Robin Bartlett

Helicopter Combat Assaults (Charlie Alpha)

What was it like to go on a helicopter combat assault with the 1st Air Cav Division during the Vietnam War? As a platoon leader with A Company, 1st Battalion, 5th Cav, I went on more than 60 “charlie alphas” during my tour from 1968-69. Sometimes we made two assaults per day. This photograph gives the platoon leader’s view of what an assault looks like through the cockpit window. When it was my platoon’s turn to lead the assault I always rode in the first bird and that was a much different view.

The North Vietnamese Army was notorious for being able to walk down the Ho Chi Minh trail in Laos and Cambodia and infiltrate into South Vietnam. They moved down the trail in small units and kept well hidden in dense jungle so that the Americans could not drop bombs on them. Then they would infiltrate into the northern and central areas of South Vietnam again concealed by dense jungle. When the situation was just right for attacking an American or ARVN unit, they would mass their forces and coordinate a carefully planned strike, usually at night, designed to cause the greatest damage and casualties in the shortest time. Breaking off the attack after accomplishing their objectives, the NVA were masters of disappearing back into the jungle and across the border into Laos or Cambodia where American and ARVN troops were not permitted to follow.

The concept behind the Cav’s strategy of a helicopter combat assault was that once an enemy force was spotted, a quick reaction force (QRF) consisting of a reinforced platoon of about 35 men would be stationed on a helicopter pad and ready to launch within 30 minutes notice. The objective of the attack was to assault as close as possible to the enemy force and engage them in a firefight. An entire company of 120 men would then be deployed within two hours’ notice to support the engaged platoon. If needed, an entire battalion of 300 plus soldiers could be ready to support the engagement with 12 hours.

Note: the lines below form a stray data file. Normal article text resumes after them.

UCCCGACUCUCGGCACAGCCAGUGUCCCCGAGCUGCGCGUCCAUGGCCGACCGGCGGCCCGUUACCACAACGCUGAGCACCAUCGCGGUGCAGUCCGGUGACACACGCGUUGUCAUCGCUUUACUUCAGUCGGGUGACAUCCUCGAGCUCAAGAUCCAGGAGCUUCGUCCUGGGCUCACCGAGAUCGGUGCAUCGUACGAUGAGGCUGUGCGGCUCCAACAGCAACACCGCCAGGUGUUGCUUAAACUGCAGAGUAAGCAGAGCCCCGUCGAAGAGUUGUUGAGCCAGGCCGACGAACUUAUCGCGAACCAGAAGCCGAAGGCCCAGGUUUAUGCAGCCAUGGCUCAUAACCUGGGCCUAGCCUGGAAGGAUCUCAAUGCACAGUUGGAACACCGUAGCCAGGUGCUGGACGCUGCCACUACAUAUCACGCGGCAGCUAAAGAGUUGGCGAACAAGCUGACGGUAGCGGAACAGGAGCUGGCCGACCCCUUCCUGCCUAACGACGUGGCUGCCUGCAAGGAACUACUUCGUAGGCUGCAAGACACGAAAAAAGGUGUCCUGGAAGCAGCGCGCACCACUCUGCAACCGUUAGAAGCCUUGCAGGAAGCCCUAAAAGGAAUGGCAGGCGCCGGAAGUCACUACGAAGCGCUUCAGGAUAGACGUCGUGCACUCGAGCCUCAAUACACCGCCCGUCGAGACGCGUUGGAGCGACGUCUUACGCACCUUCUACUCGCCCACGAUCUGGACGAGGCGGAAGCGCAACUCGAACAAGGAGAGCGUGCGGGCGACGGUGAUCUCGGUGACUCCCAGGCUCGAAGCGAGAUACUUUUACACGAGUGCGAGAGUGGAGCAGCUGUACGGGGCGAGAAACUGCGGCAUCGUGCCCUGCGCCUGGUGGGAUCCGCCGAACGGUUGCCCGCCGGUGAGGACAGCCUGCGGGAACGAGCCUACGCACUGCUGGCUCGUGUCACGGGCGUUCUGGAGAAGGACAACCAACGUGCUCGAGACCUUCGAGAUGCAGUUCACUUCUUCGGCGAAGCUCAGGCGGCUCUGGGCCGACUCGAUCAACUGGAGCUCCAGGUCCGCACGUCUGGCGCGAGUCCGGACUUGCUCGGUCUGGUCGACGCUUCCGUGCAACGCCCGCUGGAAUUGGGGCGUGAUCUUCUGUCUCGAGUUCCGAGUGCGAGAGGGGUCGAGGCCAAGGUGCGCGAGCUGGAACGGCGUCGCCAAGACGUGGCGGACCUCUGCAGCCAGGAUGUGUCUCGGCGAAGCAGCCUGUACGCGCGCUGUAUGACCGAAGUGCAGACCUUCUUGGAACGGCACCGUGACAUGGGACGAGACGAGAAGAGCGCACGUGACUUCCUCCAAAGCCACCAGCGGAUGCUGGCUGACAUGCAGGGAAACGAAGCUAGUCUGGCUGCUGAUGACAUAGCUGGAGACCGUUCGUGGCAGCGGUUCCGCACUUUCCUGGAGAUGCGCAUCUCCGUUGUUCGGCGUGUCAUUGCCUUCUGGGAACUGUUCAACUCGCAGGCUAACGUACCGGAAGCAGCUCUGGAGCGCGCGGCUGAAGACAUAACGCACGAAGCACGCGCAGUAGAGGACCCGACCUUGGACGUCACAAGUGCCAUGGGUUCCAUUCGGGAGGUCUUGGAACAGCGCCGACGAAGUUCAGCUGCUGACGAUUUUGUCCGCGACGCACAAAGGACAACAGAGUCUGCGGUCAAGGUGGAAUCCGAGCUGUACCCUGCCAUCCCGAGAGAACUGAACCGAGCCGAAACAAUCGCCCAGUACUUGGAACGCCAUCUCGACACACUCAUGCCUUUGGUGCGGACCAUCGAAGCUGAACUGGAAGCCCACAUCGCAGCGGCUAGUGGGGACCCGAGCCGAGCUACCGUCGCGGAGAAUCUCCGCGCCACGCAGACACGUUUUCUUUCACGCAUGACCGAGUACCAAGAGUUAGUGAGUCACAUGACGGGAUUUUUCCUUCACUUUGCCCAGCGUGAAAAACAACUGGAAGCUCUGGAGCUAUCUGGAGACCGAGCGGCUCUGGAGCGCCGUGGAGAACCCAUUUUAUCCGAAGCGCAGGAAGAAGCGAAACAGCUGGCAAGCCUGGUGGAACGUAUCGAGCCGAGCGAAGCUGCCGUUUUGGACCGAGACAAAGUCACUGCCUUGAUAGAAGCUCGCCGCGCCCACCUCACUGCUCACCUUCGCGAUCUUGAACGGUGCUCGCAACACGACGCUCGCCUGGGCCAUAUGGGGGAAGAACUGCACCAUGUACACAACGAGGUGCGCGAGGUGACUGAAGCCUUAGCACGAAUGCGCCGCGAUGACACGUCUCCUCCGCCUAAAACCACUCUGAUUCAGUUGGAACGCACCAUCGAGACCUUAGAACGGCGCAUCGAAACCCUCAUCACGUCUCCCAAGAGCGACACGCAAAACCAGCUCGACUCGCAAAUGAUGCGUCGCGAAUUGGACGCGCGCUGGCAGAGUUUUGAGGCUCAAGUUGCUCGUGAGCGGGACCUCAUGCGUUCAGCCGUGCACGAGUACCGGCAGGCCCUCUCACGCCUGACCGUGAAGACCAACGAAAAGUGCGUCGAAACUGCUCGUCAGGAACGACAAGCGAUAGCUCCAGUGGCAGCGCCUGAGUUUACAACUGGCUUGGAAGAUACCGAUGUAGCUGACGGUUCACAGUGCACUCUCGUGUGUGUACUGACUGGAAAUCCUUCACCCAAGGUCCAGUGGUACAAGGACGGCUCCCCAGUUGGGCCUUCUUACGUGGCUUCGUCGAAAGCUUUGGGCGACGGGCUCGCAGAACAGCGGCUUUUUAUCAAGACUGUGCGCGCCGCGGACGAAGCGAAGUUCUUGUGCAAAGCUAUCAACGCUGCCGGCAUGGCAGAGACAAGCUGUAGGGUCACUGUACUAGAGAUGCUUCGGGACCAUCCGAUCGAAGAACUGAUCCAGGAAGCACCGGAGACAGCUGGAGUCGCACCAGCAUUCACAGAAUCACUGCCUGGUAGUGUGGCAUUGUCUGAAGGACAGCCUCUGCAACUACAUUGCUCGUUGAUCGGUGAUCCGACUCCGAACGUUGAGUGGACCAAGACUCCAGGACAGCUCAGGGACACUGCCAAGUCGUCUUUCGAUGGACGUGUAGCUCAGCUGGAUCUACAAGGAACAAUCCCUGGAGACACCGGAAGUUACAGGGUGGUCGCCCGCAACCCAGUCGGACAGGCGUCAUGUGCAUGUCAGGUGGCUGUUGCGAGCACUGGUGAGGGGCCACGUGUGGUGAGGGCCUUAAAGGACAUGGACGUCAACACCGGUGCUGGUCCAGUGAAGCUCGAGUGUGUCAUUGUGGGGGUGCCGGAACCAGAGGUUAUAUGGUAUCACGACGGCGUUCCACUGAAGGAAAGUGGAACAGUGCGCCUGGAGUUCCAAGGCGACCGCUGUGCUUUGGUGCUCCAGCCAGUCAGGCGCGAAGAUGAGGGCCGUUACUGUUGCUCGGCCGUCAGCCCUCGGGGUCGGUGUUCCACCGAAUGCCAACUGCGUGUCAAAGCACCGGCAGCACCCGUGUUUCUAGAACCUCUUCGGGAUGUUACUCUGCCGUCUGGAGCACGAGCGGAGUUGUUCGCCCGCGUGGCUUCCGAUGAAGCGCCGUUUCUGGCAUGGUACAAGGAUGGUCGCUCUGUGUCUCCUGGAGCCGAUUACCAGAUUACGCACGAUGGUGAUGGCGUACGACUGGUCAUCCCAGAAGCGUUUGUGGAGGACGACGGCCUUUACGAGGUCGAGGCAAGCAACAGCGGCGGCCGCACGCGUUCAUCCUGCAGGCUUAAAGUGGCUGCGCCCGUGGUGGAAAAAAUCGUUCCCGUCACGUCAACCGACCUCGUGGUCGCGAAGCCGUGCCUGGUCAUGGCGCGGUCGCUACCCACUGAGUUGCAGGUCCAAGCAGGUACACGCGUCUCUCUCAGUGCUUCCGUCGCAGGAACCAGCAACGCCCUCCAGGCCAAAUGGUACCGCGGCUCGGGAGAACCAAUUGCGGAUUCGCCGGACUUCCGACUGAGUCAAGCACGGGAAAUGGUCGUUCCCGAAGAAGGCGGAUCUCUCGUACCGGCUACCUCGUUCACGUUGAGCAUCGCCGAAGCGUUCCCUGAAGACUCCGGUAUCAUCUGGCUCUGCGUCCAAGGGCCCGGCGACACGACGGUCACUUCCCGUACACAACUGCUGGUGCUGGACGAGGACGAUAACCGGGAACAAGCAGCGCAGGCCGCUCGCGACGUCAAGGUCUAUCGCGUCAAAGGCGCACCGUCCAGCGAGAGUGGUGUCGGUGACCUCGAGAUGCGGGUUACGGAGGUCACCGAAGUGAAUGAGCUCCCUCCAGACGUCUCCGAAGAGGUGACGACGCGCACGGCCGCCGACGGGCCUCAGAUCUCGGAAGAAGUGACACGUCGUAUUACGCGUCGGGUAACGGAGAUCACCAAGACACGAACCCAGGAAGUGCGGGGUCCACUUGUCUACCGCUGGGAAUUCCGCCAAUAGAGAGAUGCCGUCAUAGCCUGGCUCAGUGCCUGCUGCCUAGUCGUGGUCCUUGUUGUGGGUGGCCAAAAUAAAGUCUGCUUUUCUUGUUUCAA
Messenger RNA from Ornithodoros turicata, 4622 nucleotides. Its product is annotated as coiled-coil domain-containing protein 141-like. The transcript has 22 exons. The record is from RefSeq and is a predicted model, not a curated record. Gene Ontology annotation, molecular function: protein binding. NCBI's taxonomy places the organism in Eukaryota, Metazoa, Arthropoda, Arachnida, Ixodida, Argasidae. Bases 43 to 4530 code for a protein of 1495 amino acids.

All troops would be assaulted into various LZs on the battlefield by helicopter thereby ensuring that troops were fresh and ready to fight. With such tremendous helicopter support soldiers could carry lighter packs, more ammunition and water, and wounded could be medevaced rapidly to lifesaving battalion aid stations only minutes away.

Riding on a helicopter assault was an awesome experience, especially if you were in the first bird. The platoon leader of the QRF would often receive a short intelligence briefing minutes before the first helicopter was dispatched. He would then brief his platoon sergeant, squad leaders and men about what they could expect to find upon landing. The concern was always about landing on a “hot LZ” (one controlled by an enemy force), but the Cav had a strategy for insuring that did not happen.

After loading into the helicopters and taking off, the soldiers would enjoy a brief respite from the usual daytime temperatures of 110 to 115. This was a short-lived experience as the flight usually lasted only 20 to 30 minutes. The platoon leader would coordinate with the pilots during the flight to mark the LZ location on his map and obtain any new intelligence that the pilots had received during the flight.

Five to eight minutes before landing, the following actions would occur:

  • Soldiers would test fire their weapons, firing 3-5 rounds out the helicopter door.
  • Artillery prep would begin firing 25 to 30 rounds on the LZ and surrounding perimeter.
  • Firing a white phosphorus round signaled the completion of the artillery barrage
  • Two Cobra helicopters accompanying the first assault bird would zoom ahead and fire miniguns surrounding the perimeter. They saved their rockets in case they were needed after landing.
  • As the first helicopter came in for a landing, the door gunners on either side of the bird would open up with machinegun fire into the surrounding LZ right up until the bird touched down.
  • As soon as the first helicopter started to land, soldiers riding on the skids would jump off and run for cover to the sides of the perimeter.
  • The platoon leader and his RTO would also jump off and determine if the LZ was hot (red) or cold (green). A call would be made to the Command and Control helicopter flying overhead to report the status.
  • Appropriate color smoke would be popped.
  • If the LZ was green, additional birds would be brought in for a landing.
  • If the LZ was red and the men on the ground were taking fire, they would engage the enemy and fight with the resources available. (This consisted of nine men: one equipped with a machine gun, one with a M79 grenade launcher, and the rest with M16s.)
  • If the LZ was red, the remaining members of the platoon would be diverted to an alternate LZ, land and then move to support the engaged soldiers.

Landing on a hot LZ was a frightening experience for the platoon leader and his men. Immediate support was called for from the Cobra helicopters flying overhead to fire rockets and miniguns in the direction from where enemy fire was being taken.

Occasionally landing on a hot LZ resulted in a crashed helicopter and severe casualties.



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